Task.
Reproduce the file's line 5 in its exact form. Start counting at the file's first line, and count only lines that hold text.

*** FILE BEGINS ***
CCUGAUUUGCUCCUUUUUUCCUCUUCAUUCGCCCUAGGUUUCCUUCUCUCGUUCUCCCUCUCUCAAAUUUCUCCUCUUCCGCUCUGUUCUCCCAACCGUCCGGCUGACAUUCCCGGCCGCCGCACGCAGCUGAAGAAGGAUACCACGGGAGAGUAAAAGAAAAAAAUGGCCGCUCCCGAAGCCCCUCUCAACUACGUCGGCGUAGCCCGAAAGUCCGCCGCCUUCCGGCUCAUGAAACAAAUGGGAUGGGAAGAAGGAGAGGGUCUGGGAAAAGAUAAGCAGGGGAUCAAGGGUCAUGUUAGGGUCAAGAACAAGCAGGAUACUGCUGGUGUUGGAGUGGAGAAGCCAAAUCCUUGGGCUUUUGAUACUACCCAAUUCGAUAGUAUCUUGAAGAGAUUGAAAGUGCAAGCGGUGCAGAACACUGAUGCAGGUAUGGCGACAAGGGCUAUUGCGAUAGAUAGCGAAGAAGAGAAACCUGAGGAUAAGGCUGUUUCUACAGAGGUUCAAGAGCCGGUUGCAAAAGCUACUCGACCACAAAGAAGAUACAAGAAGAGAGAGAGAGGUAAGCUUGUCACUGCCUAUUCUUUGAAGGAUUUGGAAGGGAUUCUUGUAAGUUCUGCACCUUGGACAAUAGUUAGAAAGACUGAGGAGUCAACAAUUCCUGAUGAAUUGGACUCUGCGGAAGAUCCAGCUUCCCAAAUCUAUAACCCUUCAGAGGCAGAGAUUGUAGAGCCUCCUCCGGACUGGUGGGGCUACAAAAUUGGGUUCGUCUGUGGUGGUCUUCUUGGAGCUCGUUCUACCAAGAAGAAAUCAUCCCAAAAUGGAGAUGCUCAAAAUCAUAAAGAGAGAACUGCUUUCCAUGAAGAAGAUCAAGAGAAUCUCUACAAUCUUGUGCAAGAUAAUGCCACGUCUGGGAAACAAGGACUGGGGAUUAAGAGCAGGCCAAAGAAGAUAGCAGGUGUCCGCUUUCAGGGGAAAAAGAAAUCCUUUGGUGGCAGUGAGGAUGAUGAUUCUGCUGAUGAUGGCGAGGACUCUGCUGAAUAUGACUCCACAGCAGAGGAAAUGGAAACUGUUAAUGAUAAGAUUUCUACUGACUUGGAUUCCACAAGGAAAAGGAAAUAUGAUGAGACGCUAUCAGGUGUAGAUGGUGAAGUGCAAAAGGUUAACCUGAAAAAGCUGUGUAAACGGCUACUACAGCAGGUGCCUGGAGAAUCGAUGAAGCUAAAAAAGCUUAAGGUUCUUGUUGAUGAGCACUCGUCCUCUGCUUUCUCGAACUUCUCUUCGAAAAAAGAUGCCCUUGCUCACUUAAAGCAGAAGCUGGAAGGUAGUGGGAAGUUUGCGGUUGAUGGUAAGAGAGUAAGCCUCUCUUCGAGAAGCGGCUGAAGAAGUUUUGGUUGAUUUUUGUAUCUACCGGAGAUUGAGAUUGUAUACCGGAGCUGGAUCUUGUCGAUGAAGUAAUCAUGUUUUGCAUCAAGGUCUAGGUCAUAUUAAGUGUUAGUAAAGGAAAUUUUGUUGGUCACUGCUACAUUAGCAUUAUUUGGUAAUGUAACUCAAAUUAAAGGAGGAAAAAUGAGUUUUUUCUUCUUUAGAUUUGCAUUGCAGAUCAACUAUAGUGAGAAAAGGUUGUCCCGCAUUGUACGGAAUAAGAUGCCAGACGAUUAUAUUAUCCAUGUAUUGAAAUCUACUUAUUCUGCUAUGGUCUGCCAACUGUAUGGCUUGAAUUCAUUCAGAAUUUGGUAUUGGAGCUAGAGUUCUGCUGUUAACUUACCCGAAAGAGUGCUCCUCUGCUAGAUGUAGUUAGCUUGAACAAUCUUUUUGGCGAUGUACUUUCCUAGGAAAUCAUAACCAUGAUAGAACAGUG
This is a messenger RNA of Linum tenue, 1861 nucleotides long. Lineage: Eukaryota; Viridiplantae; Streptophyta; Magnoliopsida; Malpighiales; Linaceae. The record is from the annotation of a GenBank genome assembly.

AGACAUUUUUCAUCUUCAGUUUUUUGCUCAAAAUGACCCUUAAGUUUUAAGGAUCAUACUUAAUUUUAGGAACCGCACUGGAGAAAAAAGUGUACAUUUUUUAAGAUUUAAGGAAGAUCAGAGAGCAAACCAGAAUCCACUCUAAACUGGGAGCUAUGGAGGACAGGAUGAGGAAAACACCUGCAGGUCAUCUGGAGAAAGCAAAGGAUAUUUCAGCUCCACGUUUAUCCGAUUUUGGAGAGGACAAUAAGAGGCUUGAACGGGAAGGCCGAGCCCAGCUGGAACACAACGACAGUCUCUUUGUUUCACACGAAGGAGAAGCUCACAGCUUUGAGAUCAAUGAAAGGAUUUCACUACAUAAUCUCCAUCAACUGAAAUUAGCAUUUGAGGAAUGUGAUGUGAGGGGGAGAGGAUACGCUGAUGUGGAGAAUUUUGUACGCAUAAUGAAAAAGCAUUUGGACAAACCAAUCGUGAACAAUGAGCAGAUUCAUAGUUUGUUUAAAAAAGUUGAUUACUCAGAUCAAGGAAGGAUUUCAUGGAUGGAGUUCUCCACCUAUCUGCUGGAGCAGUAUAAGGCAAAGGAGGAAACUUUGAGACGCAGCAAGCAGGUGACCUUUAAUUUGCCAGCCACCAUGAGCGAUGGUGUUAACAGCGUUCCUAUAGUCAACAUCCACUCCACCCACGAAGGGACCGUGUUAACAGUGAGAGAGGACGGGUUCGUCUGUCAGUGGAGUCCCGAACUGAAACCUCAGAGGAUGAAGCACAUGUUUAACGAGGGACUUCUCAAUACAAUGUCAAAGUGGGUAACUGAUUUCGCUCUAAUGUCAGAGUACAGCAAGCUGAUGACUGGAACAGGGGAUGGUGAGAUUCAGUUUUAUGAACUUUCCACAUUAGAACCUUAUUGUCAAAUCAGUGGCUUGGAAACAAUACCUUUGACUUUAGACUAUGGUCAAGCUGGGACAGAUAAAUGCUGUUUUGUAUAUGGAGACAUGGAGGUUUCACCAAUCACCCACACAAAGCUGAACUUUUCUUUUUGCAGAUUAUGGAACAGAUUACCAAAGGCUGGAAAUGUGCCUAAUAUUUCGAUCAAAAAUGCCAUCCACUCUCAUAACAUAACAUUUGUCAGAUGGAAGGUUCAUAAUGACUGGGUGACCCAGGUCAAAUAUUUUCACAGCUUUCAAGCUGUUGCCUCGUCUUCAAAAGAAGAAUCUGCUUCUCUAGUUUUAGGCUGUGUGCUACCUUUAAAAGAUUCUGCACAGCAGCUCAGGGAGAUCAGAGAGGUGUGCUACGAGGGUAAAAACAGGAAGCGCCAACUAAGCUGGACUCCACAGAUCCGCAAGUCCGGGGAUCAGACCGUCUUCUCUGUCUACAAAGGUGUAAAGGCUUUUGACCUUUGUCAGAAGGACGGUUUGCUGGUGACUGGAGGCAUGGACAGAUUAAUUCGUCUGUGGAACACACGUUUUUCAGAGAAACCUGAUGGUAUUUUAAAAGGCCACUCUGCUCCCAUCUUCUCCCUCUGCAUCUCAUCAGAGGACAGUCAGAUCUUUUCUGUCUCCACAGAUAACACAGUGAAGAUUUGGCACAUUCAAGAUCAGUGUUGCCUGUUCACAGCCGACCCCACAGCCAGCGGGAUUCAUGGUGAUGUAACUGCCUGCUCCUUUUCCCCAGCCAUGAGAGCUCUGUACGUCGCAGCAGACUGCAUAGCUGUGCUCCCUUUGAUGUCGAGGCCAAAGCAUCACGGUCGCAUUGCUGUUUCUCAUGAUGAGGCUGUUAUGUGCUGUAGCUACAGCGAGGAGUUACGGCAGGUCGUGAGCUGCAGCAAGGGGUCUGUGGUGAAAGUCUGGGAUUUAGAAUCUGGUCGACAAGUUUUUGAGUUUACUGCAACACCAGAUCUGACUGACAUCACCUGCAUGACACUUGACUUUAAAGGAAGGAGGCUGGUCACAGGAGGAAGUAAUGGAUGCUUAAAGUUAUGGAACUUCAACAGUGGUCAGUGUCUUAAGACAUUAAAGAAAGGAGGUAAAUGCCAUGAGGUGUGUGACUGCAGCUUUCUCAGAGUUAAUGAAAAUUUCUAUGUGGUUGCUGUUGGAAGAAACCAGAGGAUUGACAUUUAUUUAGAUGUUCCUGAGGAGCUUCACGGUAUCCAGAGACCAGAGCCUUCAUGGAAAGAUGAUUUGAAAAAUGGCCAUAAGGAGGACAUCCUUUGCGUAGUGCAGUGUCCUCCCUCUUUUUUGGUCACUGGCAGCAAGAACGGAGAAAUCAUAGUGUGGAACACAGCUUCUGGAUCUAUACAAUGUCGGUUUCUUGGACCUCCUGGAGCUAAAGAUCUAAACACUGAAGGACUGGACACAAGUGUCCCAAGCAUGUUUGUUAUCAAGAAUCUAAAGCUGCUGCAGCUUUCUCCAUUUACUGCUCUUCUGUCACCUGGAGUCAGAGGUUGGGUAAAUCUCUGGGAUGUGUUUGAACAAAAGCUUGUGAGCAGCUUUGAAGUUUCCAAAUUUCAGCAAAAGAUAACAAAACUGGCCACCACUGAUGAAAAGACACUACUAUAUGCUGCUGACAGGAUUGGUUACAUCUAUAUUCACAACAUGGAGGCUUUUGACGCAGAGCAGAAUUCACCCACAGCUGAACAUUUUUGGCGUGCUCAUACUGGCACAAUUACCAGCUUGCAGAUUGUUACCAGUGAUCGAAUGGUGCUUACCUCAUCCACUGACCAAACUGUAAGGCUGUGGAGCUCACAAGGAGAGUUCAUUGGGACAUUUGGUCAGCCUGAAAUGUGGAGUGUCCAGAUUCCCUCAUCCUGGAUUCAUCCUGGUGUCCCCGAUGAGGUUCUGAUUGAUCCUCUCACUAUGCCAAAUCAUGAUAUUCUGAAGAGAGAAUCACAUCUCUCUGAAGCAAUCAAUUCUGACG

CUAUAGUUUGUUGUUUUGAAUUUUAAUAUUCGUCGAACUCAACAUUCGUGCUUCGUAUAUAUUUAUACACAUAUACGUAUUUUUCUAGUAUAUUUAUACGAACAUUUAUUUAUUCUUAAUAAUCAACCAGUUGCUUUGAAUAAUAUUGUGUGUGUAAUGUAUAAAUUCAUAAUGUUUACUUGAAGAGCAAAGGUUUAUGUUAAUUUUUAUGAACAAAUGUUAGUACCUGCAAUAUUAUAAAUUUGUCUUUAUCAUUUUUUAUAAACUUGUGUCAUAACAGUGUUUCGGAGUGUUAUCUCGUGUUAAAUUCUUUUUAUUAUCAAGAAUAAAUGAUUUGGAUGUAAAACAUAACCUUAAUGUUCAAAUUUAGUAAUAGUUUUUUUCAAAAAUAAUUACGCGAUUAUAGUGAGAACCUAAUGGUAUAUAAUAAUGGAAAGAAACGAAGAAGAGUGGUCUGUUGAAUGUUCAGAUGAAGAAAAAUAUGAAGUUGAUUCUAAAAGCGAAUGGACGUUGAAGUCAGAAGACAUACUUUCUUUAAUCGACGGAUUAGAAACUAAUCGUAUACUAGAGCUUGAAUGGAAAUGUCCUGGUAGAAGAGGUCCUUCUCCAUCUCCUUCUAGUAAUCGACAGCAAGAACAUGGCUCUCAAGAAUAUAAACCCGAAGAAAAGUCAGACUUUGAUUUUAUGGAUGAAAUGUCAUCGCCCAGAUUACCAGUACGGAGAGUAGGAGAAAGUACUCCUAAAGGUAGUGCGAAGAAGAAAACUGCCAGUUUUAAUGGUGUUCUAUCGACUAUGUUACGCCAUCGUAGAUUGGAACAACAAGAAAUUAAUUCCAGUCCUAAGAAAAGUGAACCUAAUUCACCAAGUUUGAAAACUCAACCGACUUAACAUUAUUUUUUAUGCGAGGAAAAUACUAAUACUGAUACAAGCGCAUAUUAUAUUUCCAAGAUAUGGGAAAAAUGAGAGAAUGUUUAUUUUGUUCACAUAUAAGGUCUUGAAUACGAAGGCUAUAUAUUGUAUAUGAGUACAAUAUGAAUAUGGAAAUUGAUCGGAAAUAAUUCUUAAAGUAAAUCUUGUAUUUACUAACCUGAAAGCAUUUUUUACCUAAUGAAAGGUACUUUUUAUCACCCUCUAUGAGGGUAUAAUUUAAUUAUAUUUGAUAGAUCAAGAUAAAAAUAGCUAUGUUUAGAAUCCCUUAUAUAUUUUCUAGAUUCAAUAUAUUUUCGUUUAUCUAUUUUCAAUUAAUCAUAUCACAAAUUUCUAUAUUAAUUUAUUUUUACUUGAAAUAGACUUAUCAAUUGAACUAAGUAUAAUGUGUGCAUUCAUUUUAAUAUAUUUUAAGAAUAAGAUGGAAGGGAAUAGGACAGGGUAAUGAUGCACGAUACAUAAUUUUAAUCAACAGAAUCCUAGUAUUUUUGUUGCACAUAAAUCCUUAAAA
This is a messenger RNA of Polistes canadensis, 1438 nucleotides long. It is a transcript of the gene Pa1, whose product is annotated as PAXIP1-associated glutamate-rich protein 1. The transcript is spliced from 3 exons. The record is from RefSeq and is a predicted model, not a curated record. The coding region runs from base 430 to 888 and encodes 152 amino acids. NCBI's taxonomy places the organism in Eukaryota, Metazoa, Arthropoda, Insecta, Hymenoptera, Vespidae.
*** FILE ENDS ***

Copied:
This is a messenger RNA of Polistes canadensis, 1438 nucleotides long. It is a transcript of the gene Pa1, whose product is annotated as PAXIP1-associated glutamate-rich protein 1. The transcript is spliced from 3 exons. The record is from RefSeq and is a predicted model, not a curated record. The coding region runs from base 430 to 888 and encodes 152 amino acids. NCBI's taxonomy places the organism in Eukaryota, Metazoa, Arthropoda, Insecta, Hymenoptera, Vespidae.